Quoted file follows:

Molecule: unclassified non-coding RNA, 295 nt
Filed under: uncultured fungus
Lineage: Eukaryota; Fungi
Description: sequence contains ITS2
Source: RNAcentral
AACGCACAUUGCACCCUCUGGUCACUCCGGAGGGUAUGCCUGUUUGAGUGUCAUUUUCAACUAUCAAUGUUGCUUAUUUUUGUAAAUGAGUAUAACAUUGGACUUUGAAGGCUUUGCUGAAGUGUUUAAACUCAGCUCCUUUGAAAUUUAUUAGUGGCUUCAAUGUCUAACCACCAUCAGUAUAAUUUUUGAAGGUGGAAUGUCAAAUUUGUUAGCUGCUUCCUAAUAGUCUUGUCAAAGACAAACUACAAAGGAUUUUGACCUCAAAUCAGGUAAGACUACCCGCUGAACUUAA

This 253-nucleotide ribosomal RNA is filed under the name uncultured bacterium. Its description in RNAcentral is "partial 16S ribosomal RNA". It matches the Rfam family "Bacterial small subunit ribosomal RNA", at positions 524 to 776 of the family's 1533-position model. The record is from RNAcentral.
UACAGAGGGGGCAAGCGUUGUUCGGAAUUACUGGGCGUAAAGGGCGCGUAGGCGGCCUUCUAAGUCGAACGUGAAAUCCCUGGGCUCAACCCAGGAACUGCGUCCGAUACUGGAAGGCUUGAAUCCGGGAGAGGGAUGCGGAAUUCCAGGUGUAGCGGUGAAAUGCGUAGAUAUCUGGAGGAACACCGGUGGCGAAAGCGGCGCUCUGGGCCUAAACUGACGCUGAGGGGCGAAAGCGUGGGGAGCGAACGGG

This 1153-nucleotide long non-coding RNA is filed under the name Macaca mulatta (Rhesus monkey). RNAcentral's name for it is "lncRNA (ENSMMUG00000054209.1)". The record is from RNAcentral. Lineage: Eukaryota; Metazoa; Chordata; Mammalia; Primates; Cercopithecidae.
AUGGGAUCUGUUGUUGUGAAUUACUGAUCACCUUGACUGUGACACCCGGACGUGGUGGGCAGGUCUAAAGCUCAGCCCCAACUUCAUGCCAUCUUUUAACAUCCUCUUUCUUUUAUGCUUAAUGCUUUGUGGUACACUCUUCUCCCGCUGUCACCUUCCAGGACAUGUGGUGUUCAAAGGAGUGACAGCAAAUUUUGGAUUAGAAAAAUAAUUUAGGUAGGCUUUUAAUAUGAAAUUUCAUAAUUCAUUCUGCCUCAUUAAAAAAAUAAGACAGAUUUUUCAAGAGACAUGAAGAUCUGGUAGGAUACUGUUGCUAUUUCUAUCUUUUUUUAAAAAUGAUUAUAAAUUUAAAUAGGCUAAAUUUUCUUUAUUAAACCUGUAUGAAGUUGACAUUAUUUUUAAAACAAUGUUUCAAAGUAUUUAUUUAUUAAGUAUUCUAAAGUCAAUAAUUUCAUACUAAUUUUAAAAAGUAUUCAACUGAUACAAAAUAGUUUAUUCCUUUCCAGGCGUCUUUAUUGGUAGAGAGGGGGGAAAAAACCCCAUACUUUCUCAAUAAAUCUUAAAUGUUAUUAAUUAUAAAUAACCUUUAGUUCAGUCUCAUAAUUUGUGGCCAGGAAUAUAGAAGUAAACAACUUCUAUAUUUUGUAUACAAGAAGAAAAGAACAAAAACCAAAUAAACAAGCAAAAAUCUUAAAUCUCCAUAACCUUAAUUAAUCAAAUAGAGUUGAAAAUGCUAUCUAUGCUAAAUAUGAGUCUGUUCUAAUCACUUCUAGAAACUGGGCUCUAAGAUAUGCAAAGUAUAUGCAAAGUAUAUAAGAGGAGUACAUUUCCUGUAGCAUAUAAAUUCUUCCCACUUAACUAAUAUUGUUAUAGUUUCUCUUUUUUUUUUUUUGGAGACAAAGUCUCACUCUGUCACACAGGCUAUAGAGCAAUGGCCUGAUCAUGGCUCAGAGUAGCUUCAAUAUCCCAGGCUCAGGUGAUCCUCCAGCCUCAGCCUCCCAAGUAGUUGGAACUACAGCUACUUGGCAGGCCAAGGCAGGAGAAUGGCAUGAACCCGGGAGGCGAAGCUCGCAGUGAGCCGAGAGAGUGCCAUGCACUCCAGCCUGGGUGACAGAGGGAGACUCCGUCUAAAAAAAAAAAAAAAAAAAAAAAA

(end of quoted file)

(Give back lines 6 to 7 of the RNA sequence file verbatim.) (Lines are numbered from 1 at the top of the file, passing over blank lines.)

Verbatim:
AACGCACAUUGCACCCUCUGGUCACUCCGGAGGGUAUGCCUGUUUGAGUGUCAUUUUCAACUAUCAAUGUUGCUUAUUUUUGUAAAUGAGUAUAACAUUGGACUUUGAAGGCUUUGCUGAAGUGUUUAAACUCAGCUCCUUUGAAAUUUAUUAGUGGCUUCAAUGUCUAACCACCAUCAGUAUAAUUUUUGAAGGUGGAAUGUCAAAUUUGUUAGCUGCUUCCUAAUAGUCUUGUCAAAGACAAACUACAAAGGAUUUUGACCUCAAAUCAGGUAAGACUACCCGCUGAACUUAA

This 253-nucleotide ribosomal RNA is filed under the name uncultured bacterium. Its description in RNAcentral is "partial 16S ribosomal RNA". It matches the Rfam family "Bacterial small subunit ribosomal RNA", at positions 524 to 776 of the family's 1533-position model. The record is from RNAcentral.